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In the UAE, the species was found in two fenced and fallow farms in Wadi Ghalilah (25[degrees]58.631 N, 056[degrees]09.061 E), Ra's al-Khaimah. More than 50 plants of the grass were present. Two other species (E. compressa and E. coracana) of the genus Eleusine have been previously documented in the country (Jongbloed 2003; Karim and Fawzi, 2007).

5. Iphiona mucronata (Forssk.) Asch. & Schweinf., Mem. Inst. Egypt. 2: 86. 1887 (Figs. 11, 12)

An annual herb. Stems sulcate, intricately branched, rigid, 25-50 cm long, glabrous, young shoots glandular, glands sessile. Leaves subulate, stiff, sessile, with spines, entire or with 1-5 spinescent lobes on both sides in basal half. Capitulas light yellow, solitary, with long peduncles, terminal, arranged in loose cymes. Involucral conical or cylindrical. Involucral bracts mucronate, hairless, obtuse, narrowly thin-margined. Fruit (achene) ridged, heavily pubescent, 2-2.5 mm long, with many pappi of various sizes, usually twice the length of achene. Flowering February to April.

Iphiona mucronata has been reported from areas in and around the Sinai Peninsula (Egypt) including Palestine, Israel, Jordan and north-western Saudi Arabia.

The species was observed growing on gravel soil at Dibba (25[degrees]35.801 N, 056[degrees]15.075 E), on the East Coast of the UAE, far from what is considered to be its natural range.

6. Medicago lupulina L. Sp. Pl. 41. 1753 (Figs. 13, 14, 15)

Annual to short lived perennial herb. Stems ascending to prostrate, 10-25 cm long, hirsute. Leaves alternate, composed (trifoliate), petiolate; petiole 2-2.5 cm long; stipules ovate-lanceolate, entire or dentate, pointed. Leaflets obovate to elliptic, 3-18 mm long, 3-9 mm wide, pubescent, upper half serrate, apiculate. Inflorescence axillary, racemes pedunculate, peduncle 2-4 cm long, compact, 10-50 flowers. Bracts 0.3-0.5 mm long. Pedicels 0.5-1 mm long. Calyx hirsute, 1-1.5 mm, serrate, teeth equal or longer than tube. Corolla yellow, 2-4 mm long. Pods kidney shaped, reticulate, hairy to glabrous, black at maturity, 2-3 mm long, 1-seeded. Seeds brown or yellow, 1-2 mm long. Flowering February to April.

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The range of Medicago lupulina covers Europe, North Africa and West and South Asia. It has been recorded from Saudi Arabia (Chaudhary, 2001) and Yemen (Wood, 1997).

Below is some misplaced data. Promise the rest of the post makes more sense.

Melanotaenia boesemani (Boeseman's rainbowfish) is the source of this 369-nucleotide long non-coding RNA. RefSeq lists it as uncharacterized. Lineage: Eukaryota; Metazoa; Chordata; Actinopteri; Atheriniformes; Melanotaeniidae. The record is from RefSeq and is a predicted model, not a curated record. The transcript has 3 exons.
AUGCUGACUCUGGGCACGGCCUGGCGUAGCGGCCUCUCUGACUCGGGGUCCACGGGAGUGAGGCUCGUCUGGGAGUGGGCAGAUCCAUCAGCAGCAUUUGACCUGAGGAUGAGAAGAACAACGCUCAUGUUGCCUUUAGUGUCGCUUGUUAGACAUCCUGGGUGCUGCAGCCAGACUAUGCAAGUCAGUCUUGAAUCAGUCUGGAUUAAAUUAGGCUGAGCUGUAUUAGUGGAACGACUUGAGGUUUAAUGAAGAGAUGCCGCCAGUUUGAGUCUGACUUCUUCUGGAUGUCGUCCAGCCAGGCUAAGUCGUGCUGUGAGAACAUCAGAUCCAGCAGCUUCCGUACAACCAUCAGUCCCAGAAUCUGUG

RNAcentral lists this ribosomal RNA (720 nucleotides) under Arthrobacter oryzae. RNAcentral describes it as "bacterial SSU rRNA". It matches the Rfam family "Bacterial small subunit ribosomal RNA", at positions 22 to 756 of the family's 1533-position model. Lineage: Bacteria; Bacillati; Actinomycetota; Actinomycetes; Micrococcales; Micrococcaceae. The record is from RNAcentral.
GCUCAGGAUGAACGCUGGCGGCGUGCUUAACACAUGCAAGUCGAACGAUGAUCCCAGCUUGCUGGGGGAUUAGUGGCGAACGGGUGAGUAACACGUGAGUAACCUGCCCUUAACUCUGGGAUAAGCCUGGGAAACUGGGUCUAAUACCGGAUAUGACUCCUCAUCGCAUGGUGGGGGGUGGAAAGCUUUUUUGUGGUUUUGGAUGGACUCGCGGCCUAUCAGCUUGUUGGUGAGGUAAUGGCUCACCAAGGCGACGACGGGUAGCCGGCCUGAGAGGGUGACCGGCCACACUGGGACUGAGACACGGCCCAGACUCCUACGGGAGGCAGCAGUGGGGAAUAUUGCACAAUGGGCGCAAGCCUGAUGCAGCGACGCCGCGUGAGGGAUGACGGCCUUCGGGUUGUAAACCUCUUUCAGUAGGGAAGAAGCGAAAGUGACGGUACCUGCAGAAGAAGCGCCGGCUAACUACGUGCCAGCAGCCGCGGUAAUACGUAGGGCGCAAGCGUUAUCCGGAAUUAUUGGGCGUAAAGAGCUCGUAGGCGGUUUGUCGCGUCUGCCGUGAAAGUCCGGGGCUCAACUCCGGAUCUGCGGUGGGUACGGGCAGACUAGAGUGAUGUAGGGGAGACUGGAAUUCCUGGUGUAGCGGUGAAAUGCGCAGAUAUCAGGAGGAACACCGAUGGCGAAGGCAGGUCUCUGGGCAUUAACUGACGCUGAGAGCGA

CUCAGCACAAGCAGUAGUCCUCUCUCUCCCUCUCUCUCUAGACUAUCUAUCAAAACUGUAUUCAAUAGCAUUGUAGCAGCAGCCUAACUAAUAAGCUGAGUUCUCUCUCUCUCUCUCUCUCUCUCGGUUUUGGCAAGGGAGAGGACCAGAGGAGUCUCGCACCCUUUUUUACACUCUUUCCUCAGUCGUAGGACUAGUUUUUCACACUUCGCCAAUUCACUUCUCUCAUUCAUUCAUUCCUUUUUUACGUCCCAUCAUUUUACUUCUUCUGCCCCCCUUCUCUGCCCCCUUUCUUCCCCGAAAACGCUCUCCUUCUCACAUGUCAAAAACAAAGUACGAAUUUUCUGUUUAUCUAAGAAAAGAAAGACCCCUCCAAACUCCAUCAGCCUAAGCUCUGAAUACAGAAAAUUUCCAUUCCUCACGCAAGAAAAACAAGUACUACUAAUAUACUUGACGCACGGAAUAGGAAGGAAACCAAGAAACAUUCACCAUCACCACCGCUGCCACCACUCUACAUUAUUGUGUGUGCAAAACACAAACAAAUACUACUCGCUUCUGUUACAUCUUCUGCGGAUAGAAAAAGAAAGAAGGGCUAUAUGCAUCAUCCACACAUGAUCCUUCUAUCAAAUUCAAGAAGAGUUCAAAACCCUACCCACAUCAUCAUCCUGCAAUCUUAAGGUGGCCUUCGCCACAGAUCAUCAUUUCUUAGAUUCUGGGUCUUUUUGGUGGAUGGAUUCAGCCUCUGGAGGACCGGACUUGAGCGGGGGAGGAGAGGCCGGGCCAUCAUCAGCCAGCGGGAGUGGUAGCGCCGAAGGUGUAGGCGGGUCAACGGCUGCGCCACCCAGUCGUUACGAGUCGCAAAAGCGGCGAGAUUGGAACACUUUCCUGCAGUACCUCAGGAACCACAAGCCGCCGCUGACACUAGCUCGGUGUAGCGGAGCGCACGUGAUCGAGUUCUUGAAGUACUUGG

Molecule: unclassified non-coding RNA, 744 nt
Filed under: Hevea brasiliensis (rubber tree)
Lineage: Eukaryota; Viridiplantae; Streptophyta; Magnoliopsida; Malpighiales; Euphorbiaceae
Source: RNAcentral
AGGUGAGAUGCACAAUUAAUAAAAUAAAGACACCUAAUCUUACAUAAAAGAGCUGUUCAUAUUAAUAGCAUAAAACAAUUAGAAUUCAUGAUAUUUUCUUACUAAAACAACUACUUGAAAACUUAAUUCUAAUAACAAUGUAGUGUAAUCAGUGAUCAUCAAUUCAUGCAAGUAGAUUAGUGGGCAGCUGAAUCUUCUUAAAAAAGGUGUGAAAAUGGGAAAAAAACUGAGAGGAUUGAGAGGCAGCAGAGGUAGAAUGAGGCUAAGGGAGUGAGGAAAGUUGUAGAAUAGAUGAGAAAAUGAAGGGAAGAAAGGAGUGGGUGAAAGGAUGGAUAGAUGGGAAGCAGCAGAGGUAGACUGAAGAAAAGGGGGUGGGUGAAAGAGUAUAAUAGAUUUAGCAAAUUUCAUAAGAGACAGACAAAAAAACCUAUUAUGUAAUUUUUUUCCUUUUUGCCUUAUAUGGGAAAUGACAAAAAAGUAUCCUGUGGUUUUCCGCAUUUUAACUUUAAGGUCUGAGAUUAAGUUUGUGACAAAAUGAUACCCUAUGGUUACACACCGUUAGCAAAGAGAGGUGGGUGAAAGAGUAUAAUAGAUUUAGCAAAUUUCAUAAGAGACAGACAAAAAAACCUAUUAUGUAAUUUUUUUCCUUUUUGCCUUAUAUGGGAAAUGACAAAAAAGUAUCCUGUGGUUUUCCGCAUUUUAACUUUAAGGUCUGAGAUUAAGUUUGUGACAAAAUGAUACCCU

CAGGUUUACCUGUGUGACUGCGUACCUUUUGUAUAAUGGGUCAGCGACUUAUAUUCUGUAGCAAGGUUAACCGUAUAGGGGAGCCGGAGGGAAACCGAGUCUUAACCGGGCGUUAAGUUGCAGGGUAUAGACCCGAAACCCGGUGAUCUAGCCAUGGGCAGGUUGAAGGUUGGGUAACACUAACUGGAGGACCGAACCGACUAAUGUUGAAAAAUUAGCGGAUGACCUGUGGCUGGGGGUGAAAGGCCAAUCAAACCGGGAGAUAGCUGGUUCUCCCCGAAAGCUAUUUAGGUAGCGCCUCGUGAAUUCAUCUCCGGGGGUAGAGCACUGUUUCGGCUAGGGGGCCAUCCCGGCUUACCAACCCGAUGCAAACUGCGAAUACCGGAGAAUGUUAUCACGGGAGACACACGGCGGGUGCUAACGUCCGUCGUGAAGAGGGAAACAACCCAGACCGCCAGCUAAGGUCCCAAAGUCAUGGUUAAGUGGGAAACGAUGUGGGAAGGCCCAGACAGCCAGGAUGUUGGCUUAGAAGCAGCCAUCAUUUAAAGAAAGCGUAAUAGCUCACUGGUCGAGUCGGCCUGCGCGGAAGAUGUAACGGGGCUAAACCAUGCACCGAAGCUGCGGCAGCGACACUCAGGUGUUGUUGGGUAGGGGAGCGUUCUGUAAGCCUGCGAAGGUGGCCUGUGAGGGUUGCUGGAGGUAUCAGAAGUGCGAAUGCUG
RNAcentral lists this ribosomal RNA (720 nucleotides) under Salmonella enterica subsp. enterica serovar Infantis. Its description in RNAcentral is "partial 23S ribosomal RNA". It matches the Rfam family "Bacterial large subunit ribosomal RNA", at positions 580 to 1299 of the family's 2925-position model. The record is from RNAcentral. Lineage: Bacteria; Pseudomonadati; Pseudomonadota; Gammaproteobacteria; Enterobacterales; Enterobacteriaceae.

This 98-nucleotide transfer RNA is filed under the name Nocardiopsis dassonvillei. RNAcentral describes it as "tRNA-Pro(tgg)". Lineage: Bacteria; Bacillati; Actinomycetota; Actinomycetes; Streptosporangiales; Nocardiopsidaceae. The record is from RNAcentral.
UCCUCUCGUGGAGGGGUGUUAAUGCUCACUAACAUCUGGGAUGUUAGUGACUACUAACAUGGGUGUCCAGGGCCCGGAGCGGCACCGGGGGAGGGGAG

The species was located at the International Centre for Biosaline Agriculture, ICBA (25[degrees]05.798 N, 055[degrees]23.413 E) Dubai, where about five plants were growing on sandy soil in an irrigated field. Three other Medicago species have already been described from different parts of the country (Jongbloed, 2003; Karim and Fawzi, 2007), making M. lupulina the fourth species of the genus to be found in the UAE.

Conclusions

Four of the six newly-recorded plant species (Table-1) were found only at a single location, making them rare in the UAE. With the exception of Chenopodium carinatum, all the other reported taxa may occur naturally, while C. carinatum may have been accidentally introduced.

Arenaria deflexa and Eleusine indica were both observed in Wadi Ghalilah, Ra's al-Khaimah. Both were growing inside farms surrounded by fences, thus protected by grazing from goats (Capra hircus), which were common outside the fences. A. deflexa was found at 3 various three farms, while E. indica was seen at two different locations. The two species and other palatable wild flora were not seen growing outside the fenced farms probably due to the presence of goats, where another species, Tephrosia apollinea, was growing extensively. T. apollinea is toxic to goats (Suliman et al., 1982) and other grazing animals..

The authors noted more than 30 wild plant species in the enclosed farms, which were not present around or near the farmhouses, outside the fences. Another previously unreported species, Sida spinose, had earlier been recorded within the fenced areas (Shahid and Rao, 2016).

References

Chaudhary, S.A. 1989. Grasses of Saudi Arabia illustrated. National Agriculture and Water Research Centre, Riyadh, Saudi Arabia.